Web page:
I believed for years that if I ‘just have the right food plan, then everything will be okay’. Not true.
While eliminating addictive foods and eating practices is absolutely necessary for food addiction recovery, an abstinent food plan alone is not sufficient. By itself, it is simply ‘being on a diet’ – and a restrictive one at that. It’s impossible to maintain long-term.
People with addiction are habituated to use substances and behaviours to cope with discomfort – be it stress, feeling hungry, angry, lonely or tired (HALT) – and emotions, be it grief, boredom, anxiety, depression, joy, excitement, fear – anything really…
And, to compound this, when people with addiction see, smell, taste or hear (think of the sound of a can or a package opening, or the smell of popcorn at the movie theatre, or the bread basket being placed in front of you at the restaurant – you get the picture) our brains can be ‘hijacked’ into a “craving” to eat/drink that particular thing.
A “craving” can be understood as obsessive, intrusive, repetitive thoughts and/or uncomfortable physical ‘urges’ to seek and consume the substance (food, beverage, drug, etc), or to perform the particular behaviour (to eat, or to keep eating, to purge, to take laxatives or exercise to compensate, or to restrict/fast/starve. The messaging coming from the dopamine reward centre of the brain feels unrelenting, and relief from the thoughts/urges is ‘promised’ only by consuming the substance or acting on the behaviour.
Many people adopt a carnivore diet food plan (or keto diet meal plan) to gain relief from cravings – and given that carbohydrates and processed foods are well researched/proven to worsen cravings (and are even engineered to cause cravings) it can be helpful – there are many pitfalls.
Sweeteners (including stevia, monk fruit, erythritol) can cause cravings, even if they purportedly do not cause insulin increases. Many ‘keto friendly’ products have these sweeteners in them, and many ‘keto friendly’ recipes include these. The problem is not the insulin – the problem is that for a person for whom the dopamine reward system is hijacked by sweet taste – the sweeteners keep the addiction active. Consuming sweeteners begets craving and/or consuming more sweeteners, the sufferer never feels satisfied and overeats, or engages in bingeing and purging to compensate.
Dairy also tends to cause craving in people with food addiction, even though it is considered to be ‘keto friendly’. Dairy contains casomorphin, an opiate-like compound, which again can trigger the dopamine reward system and make it hard to stop eating once ingested. It also contains growth factor which can prevent weight loss, which is a primary goal of many people adopting a carnivore diet food plan (or keto diet meal plan). After all – dairy is designed to double the weight of a calf in 6 weeks, and put the calf into a soporific state after feeding…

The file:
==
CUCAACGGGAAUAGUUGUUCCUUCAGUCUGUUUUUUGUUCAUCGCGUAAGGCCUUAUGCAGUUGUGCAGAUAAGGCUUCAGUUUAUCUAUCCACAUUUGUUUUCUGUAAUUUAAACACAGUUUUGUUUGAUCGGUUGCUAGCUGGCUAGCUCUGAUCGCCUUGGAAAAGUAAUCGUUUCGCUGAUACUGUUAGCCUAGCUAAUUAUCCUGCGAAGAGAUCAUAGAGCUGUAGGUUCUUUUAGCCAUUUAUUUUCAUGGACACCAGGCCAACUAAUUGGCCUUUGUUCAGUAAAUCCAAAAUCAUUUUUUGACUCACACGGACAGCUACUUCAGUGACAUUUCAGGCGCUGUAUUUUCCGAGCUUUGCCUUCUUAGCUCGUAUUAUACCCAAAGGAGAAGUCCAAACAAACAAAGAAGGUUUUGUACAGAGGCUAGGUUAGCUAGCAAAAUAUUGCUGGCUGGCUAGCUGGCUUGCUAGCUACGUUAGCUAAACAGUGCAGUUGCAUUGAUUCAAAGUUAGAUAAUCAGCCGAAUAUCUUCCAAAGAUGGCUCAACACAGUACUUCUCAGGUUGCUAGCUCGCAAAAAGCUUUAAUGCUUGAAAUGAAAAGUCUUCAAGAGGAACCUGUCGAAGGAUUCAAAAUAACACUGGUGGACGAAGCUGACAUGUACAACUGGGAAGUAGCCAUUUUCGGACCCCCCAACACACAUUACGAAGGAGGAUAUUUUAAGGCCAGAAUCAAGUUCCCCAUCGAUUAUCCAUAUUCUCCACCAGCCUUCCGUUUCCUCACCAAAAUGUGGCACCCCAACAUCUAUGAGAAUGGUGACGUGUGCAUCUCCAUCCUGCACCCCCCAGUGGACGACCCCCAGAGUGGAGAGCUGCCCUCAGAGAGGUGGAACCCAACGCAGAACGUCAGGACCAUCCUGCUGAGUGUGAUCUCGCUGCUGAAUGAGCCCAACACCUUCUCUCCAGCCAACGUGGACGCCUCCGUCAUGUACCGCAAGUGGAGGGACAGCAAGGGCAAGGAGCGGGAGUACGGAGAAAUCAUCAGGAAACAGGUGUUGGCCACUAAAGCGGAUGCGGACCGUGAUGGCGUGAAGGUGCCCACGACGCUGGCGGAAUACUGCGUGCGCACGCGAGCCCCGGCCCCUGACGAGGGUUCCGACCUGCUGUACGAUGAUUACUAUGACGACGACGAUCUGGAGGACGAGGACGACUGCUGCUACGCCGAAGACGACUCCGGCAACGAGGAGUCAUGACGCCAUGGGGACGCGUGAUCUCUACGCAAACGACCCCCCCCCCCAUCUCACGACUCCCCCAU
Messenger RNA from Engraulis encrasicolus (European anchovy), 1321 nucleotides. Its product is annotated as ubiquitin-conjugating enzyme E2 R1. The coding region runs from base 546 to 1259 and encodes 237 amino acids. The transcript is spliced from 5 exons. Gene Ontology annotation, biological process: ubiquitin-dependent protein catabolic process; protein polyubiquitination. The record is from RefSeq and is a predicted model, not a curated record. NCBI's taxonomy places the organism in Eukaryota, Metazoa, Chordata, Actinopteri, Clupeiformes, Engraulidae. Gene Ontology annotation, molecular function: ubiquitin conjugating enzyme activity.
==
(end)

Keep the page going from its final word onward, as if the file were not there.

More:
Nuts (especially roasted and salted) despite being touted as ‘keto friendly’ have a highly palatable salt, fat, carb and ‘crunch’ factor that similarly affects the dopamine reward centre and can trigger cravings for more. Their being a ‘hand to mouth’ food also can trigger mindless or dissociative trance-like repetitive eating-process addiction behaviour.
Volume – eating a large amount of food in one sitting can, paradoxically, trigger a craving to keep eating, even when uncomfortably full. Some studies have shown that serotonin, the ‘happiness/contentment’ neurotransmitter, is largely manufactured in the gut/microbiome and can also be released when the stomach is stretched beyond a certain point. The popular ‘one meal a day’ (OMAD) encouraged in keto communities is not recommended for food addicts as it also can lead to significant overeating, and/or overeating fats in particular. People with food addiction do not have the same hunger/satiety signals as ‘normal eaters’ so the common advice to ‘eat until satiated’ doesn’t work.
Intermittent fasting – although eating defined meals, without snacking, and having 10-16 hours between dinner and breakfast is a very effective strategy for practicing food addiction abstinence, longer periods of fasting between meals can cause cravings to binge, or binge and purge, and/or further restrict food intake, which are “eating-process addictions”.
If you are experiencing any of these issues while trying to adopt a carnivore diet food plan or keto diet meal plan, an underlying food addiction may be the cause. Consider eliminating these foods and/or eating 2-3 weighed/measured meals a day, with no more than 16 hours of fasting between your last meal and your first meal the next day. Consulting with a food addiction assessment professional may also be helpful in creating an individualized food plan for you.
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